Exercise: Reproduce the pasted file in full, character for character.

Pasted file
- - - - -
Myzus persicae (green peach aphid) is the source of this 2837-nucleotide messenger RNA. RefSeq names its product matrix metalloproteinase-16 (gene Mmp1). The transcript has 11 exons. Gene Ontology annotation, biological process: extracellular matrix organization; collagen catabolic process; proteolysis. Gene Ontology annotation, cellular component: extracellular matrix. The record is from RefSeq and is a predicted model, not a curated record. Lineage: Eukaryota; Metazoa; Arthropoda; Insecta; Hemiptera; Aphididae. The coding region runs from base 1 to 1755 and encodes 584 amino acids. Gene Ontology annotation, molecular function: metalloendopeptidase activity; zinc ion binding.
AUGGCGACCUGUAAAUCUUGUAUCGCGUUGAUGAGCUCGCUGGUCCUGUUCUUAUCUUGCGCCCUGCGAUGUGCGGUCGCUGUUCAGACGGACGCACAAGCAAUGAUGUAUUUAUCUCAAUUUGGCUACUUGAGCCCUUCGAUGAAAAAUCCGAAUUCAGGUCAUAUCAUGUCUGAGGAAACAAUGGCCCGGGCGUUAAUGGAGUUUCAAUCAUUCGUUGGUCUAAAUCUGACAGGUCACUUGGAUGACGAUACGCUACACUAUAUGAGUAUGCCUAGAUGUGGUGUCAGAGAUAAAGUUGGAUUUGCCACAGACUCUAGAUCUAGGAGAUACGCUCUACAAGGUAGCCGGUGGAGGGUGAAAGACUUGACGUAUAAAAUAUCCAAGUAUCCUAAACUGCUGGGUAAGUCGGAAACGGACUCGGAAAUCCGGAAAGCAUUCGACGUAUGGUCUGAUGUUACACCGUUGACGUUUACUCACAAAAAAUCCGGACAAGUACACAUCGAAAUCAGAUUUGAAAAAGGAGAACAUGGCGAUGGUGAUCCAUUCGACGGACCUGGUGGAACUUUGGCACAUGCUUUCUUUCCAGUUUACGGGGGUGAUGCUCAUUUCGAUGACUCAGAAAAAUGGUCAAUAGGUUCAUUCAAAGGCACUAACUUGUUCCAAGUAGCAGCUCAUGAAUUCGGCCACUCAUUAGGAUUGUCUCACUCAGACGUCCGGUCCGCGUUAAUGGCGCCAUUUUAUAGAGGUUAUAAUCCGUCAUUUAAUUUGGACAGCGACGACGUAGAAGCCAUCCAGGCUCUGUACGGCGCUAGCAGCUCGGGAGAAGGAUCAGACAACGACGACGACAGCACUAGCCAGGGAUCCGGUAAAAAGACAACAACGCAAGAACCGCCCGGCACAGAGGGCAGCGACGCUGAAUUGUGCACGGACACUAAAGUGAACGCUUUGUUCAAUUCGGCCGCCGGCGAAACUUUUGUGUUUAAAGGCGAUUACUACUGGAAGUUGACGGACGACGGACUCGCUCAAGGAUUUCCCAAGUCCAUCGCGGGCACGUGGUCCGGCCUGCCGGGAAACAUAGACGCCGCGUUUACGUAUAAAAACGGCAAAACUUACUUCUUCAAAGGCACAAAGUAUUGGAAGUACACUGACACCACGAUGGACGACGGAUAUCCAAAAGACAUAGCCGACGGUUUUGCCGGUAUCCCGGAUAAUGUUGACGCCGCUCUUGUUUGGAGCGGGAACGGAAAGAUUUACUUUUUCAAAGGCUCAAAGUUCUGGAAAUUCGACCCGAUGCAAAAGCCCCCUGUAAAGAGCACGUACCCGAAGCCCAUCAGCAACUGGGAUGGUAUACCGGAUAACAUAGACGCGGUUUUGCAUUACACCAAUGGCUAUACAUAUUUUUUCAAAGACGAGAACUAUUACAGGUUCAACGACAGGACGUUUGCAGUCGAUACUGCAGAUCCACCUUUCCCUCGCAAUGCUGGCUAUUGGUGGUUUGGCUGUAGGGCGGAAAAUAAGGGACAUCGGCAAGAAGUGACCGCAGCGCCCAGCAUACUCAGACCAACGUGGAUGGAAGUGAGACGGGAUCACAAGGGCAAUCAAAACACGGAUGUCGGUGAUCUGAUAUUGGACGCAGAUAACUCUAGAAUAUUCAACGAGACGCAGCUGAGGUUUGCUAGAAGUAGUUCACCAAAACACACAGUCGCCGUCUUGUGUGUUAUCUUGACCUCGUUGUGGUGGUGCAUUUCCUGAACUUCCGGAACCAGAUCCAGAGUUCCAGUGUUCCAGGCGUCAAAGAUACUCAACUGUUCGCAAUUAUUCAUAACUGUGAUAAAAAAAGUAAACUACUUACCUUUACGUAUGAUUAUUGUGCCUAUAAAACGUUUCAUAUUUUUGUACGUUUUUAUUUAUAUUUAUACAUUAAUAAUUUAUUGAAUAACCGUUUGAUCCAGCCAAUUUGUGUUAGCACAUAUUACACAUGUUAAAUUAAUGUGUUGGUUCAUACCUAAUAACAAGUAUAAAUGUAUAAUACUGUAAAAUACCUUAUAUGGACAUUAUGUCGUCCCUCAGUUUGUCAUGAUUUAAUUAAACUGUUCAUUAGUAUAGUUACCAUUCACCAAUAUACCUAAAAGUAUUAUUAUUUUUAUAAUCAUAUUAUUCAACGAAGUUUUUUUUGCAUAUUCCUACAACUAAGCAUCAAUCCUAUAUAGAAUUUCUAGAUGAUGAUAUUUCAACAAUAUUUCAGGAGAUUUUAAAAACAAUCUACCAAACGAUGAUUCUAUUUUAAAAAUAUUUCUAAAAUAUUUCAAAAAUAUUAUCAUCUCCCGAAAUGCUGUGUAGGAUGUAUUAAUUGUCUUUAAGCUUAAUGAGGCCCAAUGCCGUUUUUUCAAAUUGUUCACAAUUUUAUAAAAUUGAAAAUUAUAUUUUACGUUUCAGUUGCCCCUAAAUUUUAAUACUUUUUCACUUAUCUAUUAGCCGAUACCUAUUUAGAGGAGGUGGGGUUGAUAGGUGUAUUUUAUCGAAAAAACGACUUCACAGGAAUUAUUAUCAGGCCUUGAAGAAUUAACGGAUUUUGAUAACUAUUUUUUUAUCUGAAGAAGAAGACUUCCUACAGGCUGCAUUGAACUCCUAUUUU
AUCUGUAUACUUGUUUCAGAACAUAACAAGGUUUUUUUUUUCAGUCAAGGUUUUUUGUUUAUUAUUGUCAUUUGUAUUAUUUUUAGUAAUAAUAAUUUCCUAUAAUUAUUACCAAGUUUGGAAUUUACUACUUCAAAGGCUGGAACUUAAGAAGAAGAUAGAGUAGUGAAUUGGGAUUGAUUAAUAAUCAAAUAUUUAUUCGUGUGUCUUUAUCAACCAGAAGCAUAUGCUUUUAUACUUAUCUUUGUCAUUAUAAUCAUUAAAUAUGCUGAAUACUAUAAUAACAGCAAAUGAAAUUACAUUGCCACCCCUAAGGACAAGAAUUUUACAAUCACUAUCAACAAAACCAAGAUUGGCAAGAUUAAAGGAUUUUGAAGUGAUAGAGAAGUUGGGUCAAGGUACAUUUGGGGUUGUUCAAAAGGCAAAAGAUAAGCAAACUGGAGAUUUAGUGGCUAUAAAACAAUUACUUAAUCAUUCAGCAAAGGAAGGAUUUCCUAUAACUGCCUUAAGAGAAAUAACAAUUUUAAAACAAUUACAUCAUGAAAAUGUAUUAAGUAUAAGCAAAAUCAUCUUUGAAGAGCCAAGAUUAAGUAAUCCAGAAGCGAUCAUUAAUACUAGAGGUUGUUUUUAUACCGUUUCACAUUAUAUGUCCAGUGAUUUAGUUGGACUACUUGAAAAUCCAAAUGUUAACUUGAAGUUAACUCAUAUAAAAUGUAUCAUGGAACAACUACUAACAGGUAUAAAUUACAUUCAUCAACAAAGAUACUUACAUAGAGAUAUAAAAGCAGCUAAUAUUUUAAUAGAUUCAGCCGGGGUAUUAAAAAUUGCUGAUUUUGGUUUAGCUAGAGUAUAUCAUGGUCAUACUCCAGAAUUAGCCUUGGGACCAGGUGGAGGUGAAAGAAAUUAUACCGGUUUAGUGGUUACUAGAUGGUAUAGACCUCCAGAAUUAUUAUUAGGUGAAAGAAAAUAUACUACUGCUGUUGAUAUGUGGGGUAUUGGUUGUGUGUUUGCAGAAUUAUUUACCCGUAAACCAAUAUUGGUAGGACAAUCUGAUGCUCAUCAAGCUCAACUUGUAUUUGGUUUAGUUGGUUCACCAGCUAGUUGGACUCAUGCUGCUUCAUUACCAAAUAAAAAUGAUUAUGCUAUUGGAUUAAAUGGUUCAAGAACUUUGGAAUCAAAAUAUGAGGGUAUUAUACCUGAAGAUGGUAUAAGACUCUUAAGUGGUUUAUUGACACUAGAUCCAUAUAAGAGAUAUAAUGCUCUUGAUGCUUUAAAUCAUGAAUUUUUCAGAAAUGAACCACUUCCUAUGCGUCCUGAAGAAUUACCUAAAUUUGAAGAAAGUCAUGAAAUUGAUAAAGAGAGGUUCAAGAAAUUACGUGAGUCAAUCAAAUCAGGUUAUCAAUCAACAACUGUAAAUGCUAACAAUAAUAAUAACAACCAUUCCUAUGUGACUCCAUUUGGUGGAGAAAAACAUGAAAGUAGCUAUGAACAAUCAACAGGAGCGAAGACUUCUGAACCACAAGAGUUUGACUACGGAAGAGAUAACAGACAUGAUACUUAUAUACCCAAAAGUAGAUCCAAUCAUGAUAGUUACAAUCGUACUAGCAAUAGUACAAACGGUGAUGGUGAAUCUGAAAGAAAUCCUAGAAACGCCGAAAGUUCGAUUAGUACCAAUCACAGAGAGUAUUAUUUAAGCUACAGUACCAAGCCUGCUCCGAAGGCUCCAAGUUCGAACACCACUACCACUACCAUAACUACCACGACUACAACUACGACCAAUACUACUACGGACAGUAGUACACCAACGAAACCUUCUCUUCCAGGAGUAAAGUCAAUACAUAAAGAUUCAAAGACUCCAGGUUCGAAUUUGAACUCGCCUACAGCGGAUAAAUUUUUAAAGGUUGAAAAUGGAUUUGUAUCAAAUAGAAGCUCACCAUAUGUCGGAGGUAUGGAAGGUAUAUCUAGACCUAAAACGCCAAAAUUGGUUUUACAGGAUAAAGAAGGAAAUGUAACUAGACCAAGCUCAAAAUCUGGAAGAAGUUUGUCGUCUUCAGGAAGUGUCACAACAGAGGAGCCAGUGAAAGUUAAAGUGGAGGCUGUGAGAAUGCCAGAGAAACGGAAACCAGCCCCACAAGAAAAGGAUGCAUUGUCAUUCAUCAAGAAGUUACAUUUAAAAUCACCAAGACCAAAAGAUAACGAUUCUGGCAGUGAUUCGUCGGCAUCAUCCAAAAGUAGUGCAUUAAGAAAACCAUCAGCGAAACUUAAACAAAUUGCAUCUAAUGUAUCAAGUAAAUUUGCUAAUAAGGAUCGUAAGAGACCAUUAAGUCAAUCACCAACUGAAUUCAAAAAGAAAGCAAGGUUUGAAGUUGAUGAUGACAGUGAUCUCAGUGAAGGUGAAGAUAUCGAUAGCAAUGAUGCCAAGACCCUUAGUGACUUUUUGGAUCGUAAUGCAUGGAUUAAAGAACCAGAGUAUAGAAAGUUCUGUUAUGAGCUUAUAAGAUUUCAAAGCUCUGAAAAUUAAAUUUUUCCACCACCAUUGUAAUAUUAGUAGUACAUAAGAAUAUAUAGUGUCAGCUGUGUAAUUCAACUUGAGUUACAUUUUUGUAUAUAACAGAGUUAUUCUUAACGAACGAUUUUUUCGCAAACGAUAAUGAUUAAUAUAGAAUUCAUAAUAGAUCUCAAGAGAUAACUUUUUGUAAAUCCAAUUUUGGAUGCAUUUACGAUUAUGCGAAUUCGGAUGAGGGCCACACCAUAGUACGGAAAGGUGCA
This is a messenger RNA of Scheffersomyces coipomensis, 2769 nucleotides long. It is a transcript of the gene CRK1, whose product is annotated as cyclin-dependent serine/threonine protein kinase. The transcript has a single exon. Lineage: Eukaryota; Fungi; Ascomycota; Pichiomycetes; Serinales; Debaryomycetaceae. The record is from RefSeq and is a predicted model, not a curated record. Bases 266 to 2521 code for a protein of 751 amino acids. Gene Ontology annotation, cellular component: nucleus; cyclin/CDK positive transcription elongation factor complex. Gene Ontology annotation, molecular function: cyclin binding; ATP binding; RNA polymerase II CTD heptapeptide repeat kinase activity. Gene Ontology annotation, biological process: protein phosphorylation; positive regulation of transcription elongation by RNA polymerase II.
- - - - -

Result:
Myzus persicae (green peach aphid) is the source of this 2837-nucleotide messenger RNA. RefSeq names its product matrix metalloproteinase-16 (gene Mmp1). The transcript has 11 exons. Gene Ontology annotation, biological process: extracellular matrix organization; collagen catabolic process; proteolysis. Gene Ontology annotation, cellular component: extracellular matrix. The record is from RefSeq and is a predicted model, not a curated record. Lineage: Eukaryota; Metazoa; Arthropoda; Insecta; Hemiptera; Aphididae. The coding region runs from base 1 to 1755 and encodes 584 amino acids. Gene Ontology annotation, molecular function: metalloendopeptidase activity; zinc ion binding.
AUGGCGACCUGUAAAUCUUGUAUCGCGUUGAUGAGCUCGCUGGUCCUGUUCUUAUCUUGCGCCCUGCGAUGUGCGGUCGCUGUUCAGACGGACGCACAAGCAAUGAUGUAUUUAUCUCAAUUUGGCUACUUGAGCCCUUCGAUGAAAAAUCCGAAUUCAGGUCAUAUCAUGUCUGAGGAAACAAUGGCCCGGGCGUUAAUGGAGUUUCAAUCAUUCGUUGGUCUAAAUCUGACAGGUCACUUGGAUGACGAUACGCUACACUAUAUGAGUAUGCCUAGAUGUGGUGUCAGAGAUAAAGUUGGAUUUGCCACAGACUCUAGAUCUAGGAGAUACGCUCUACAAGGUAGCCGGUGGAGGGUGAAAGACUUGACGUAUAAAAUAUCCAAGUAUCCUAAACUGCUGGGUAAGUCGGAAACGGACUCGGAAAUCCGGAAAGCAUUCGACGUAUGGUCUGAUGUUACACCGUUGACGUUUACUCACAAAAAAUCCGGACAAGUACACAUCGAAAUCAGAUUUGAAAAAGGAGAACAUGGCGAUGGUGAUCCAUUCGACGGACCUGGUGGAACUUUGGCACAUGCUUUCUUUCCAGUUUACGGGGGUGAUGCUCAUUUCGAUGACUCAGAAAAAUGGUCAAUAGGUUCAUUCAAAGGCACUAACUUGUUCCAAGUAGCAGCUCAUGAAUUCGGCCACUCAUUAGGAUUGUCUCACUCAGACGUCCGGUCCGCGUUAAUGGCGCCAUUUUAUAGAGGUUAUAAUCCGUCAUUUAAUUUGGACAGCGACGACGUAGAAGCCAUCCAGGCUCUGUACGGCGCUAGCAGCUCGGGAGAAGGAUCAGACAACGACGACGACAGCACUAGCCAGGGAUCCGGUAAAAAGACAACAACGCAAGAACCGCCCGGCACAGAGGGCAGCGACGCUGAAUUGUGCACGGACACUAAAGUGAACGCUUUGUUCAAUUCGGCCGCCGGCGAAACUUUUGUGUUUAAAGGCGAUUACUACUGGAAGUUGACGGACGACGGACUCGCUCAAGGAUUUCCCAAGUCCAUCGCGGGCACGUGGUCCGGCCUGCCGGGAAACAUAGACGCCGCGUUUACGUAUAAAAACGGCAAAACUUACUUCUUCAAAGGCACAAAGUAUUGGAAGUACACUGACACCACGAUGGACGACGGAUAUCCAAAAGACAUAGCCGACGGUUUUGCCGGUAUCCCGGAUAAUGUUGACGCCGCUCUUGUUUGGAGCGGGAACGGAAAGAUUUACUUUUUCAAAGGCUCAAAGUUCUGGAAAUUCGACCCGAUGCAAAAGCCCCCUGUAAAGAGCACGUACCCGAAGCCCAUCAGCAACUGGGAUGGUAUACCGGAUAACAUAGACGCGGUUUUGCAUUACACCAAUGGCUAUACAUAUUUUUUCAAAGACGAGAACUAUUACAGGUUCAACGACAGGACGUUUGCAGUCGAUACUGCAGAUCCACCUUUCCCUCGCAAUGCUGGCUAUUGGUGGUUUGGCUGUAGGGCGGAAAAUAAGGGACAUCGGCAAGAAGUGACCGCAGCGCCCAGCAUACUCAGACCAACGUGGAUGGAAGUGAGACGGGAUCACAAGGGCAAUCAAAACACGGAUGUCGGUGAUCUGAUAUUGGACGCAGAUAACUCUAGAAUAUUCAACGAGACGCAGCUGAGGUUUGCUAGAAGUAGUUCACCAAAACACACAGUCGCCGUCUUGUGUGUUAUCUUGACCUCGUUGUGGUGGUGCAUUUCCUGAACUUCCGGAACCAGAUCCAGAGUUCCAGUGUUCCAGGCGUCAAAGAUACUCAACUGUUCGCAAUUAUUCAUAACUGUGAUAAAAAAAGUAAACUACUUACCUUUACGUAUGAUUAUUGUGCCUAUAAAACGUUUCAUAUUUUUGUACGUUUUUAUUUAUAUUUAUACAUUAAUAAUUUAUUGAAUAACCGUUUGAUCCAGCCAAUUUGUGUUAGCACAUAUUACACAUGUUAAAUUAAUGUGUUGGUUCAUACCUAAUAACAAGUAUAAAUGUAUAAUACUGUAAAAUACCUUAUAUGGACAUUAUGUCGUCCCUCAGUUUGUCAUGAUUUAAUUAAACUGUUCAUUAGUAUAGUUACCAUUCACCAAUAUACCUAAAAGUAUUAUUAUUUUUAUAAUCAUAUUAUUCAACGAAGUUUUUUUUGCAUAUUCCUACAACUAAGCAUCAAUCCUAUAUAGAAUUUCUAGAUGAUGAUAUUUCAACAAUAUUUCAGGAGAUUUUAAAAACAAUCUACCAAACGAUGAUUCUAUUUUAAAAAUAUUUCUAAAAUAUUUCAAAAAUAUUAUCAUCUCCCGAAAUGCUGUGUAGGAUGUAUUAAUUGUCUUUAAGCUUAAUGAGGCCCAAUGCCGUUUUUUCAAAUUGUUCACAAUUUUAUAAAAUUGAAAAUUAUAUUUUACGUUUCAGUUGCCCCUAAAUUUUAAUACUUUUUCACUUAUCUAUUAGCCGAUACCUAUUUAGAGGAGGUGGGGUUGAUAGGUGUAUUUUAUCGAAAAAACGACUUCACAGGAAUUAUUAUCAGGCCUUGAAGAAUUAACGGAUUUUGAUAACUAUUUUUUUAUCUGAAGAAGAAGACUUCCUACAGGCUGCAUUGAACUCCUAUUUU
AUCUGUAUACUUGUUUCAGAACAUAACAAGGUUUUUUUUUUCAGUCAAGGUUUUUUGUUUAUUAUUGUCAUUUGUAUUAUUUUUAGUAAUAAUAAUUUCCUAUAAUUAUUACCAAGUUUGGAAUUUACUACUUCAAAGGCUGGAACUUAAGAAGAAGAUAGAGUAGUGAAUUGGGAUUGAUUAAUAAUCAAAUAUUUAUUCGUGUGUCUUUAUCAACCAGAAGCAUAUGCUUUUAUACUUAUCUUUGUCAUUAUAAUCAUUAAAUAUGCUGAAUACUAUAAUAACAGCAAAUGAAAUUACAUUGCCACCCCUAAGGACAAGAAUUUUACAAUCACUAUCAACAAAACCAAGAUUGGCAAGAUUAAAGGAUUUUGAAGUGAUAGAGAAGUUGGGUCAAGGUACAUUUGGGGUUGUUCAAAAGGCAAAAGAUAAGCAAACUGGAGAUUUAGUGGCUAUAAAACAAUUACUUAAUCAUUCAGCAAAGGAAGGAUUUCCUAUAACUGCCUUAAGAGAAAUAACAAUUUUAAAACAAUUACAUCAUGAAAAUGUAUUAAGUAUAAGCAAAAUCAUCUUUGAAGAGCCAAGAUUAAGUAAUCCAGAAGCGAUCAUUAAUACUAGAGGUUGUUUUUAUACCGUUUCACAUUAUAUGUCCAGUGAUUUAGUUGGACUACUUGAAAAUCCAAAUGUUAACUUGAAGUUAACUCAUAUAAAAUGUAUCAUGGAACAACUACUAACAGGUAUAAAUUACAUUCAUCAACAAAGAUACUUACAUAGAGAUAUAAAAGCAGCUAAUAUUUUAAUAGAUUCAGCCGGGGUAUUAAAAAUUGCUGAUUUUGGUUUAGCUAGAGUAUAUCAUGGUCAUACUCCAGAAUUAGCCUUGGGACCAGGUGGAGGUGAAAGAAAUUAUACCGGUUUAGUGGUUACUAGAUGGUAUAGACCUCCAGAAUUAUUAUUAGGUGAAAGAAAAUAUACUACUGCUGUUGAUAUGUGGGGUAUUGGUUGUGUGUUUGCAGAAUUAUUUACCCGUAAACCAAUAUUGGUAGGACAAUCUGAUGCUCAUCAAGCUCAACUUGUAUUUGGUUUAGUUGGUUCACCAGCUAGUUGGACUCAUGCUGCUUCAUUACCAAAUAAAAAUGAUUAUGCUAUUGGAUUAAAUGGUUCAAGAACUUUGGAAUCAAAAUAUGAGGGUAUUAUACCUGAAGAUGGUAUAAGACUCUUAAGUGGUUUAUUGACACUAGAUCCAUAUAAGAGAUAUAAUGCUCUUGAUGCUUUAAAUCAUGAAUUUUUCAGAAAUGAACCACUUCCUAUGCGUCCUGAAGAAUUACCUAAAUUUGAAGAAAGUCAUGAAAUUGAUAAAGAGAGGUUCAAGAAAUUACGUGAGUCAAUCAAAUCAGGUUAUCAAUCAACAACUGUAAAUGCUAACAAUAAUAAUAACAACCAUUCCUAUGUGACUCCAUUUGGUGGAGAAAAACAUGAAAGUAGCUAUGAACAAUCAACAGGAGCGAAGACUUCUGAACCACAAGAGUUUGACUACGGAAGAGAUAACAGACAUGAUACUUAUAUACCCAAAAGUAGAUCCAAUCAUGAUAGUUACAAUCGUACUAGCAAUAGUACAAACGGUGAUGGUGAAUCUGAAAGAAAUCCUAGAAACGCCGAAAGUUCGAUUAGUACCAAUCACAGAGAGUAUUAUUUAAGCUACAGUACCAAGCCUGCUCCGAAGGCUCCAAGUUCGAACACCACUACCACUACCAUAACUACCACGACUACAACUACGACCAAUACUACUACGGACAGUAGUACACCAACGAAACCUUCUCUUCCAGGAGUAAAGUCAAUACAUAAAGAUUCAAAGACUCCAGGUUCGAAUUUGAACUCGCCUACAGCGGAUAAAUUUUUAAAGGUUGAAAAUGGAUUUGUAUCAAAUAGAAGCUCACCAUAUGUCGGAGGUAUGGAAGGUAUAUCUAGACCUAAAACGCCAAAAUUGGUUUUACAGGAUAAAGAAGGAAAUGUAACUAGACCAAGCUCAAAAUCUGGAAGAAGUUUGUCGUCUUCAGGAAGUGUCACAACAGAGGAGCCAGUGAAAGUUAAAGUGGAGGCUGUGAGAAUGCCAGAGAAACGGAAACCAGCCCCACAAGAAAAGGAUGCAUUGUCAUUCAUCAAGAAGUUACAUUUAAAAUCACCAAGACCAAAAGAUAACGAUUCUGGCAGUGAUUCGUCGGCAUCAUCCAAAAGUAGUGCAUUAAGAAAACCAUCAGCGAAACUUAAACAAAUUGCAUCUAAUGUAUCAAGUAAAUUUGCUAAUAAGGAUCGUAAGAGACCAUUAAGUCAAUCACCAACUGAAUUCAAAAAGAAAGCAAGGUUUGAAGUUGAUGAUGACAGUGAUCUCAGUGAAGGUGAAGAUAUCGAUAGCAAUGAUGCCAAGACCCUUAGUGACUUUUUGGAUCGUAAUGCAUGGAUUAAAGAACCAGAGUAUAGAAAGUUCUGUUAUGAGCUUAUAAGAUUUCAAAGCUCUGAAAAUUAAAUUUUUCCACCACCAUUGUAAUAUUAGUAGUACAUAAGAAUAUAUAGUGUCAGCUGUGUAAUUCAACUUGAGUUACAUUUUUGUAUAUAACAGAGUUAUUCUUAACGAACGAUUUUUUCGCAAACGAUAAUGAUUAAUAUAGAAUUCAUAAUAGAUCUCAAGAGAUAACUUUUUGUAAAUCCAAUUUUGGAUGCAUUUACGAUUAUGCGAAUUCGGAUGAGGGCCACACCAUAGUACGGAAAGGUGCA
This is a messenger RNA of Scheffersomyces coipomensis, 2769 nucleotides long. It is a transcript of the gene CRK1, whose product is annotated as cyclin-dependent serine/threonine protein kinase. The transcript has a single exon. Lineage: Eukaryota; Fungi; Ascomycota; Pichiomycetes; Serinales; Debaryomycetaceae. The record is from RefSeq and is a predicted model, not a curated record. Bases 266 to 2521 code for a protein of 751 amino acids. Gene Ontology annotation, cellular component: nucleus; cyclin/CDK positive transcription elongation factor complex. Gene Ontology annotation, molecular function: cyclin binding; ATP binding; RNA polymerase II CTD heptapeptide repeat kinase activity. Gene Ontology annotation, biological process: protein phosphorylation; positive regulation of transcription elongation by RNA polymerase II.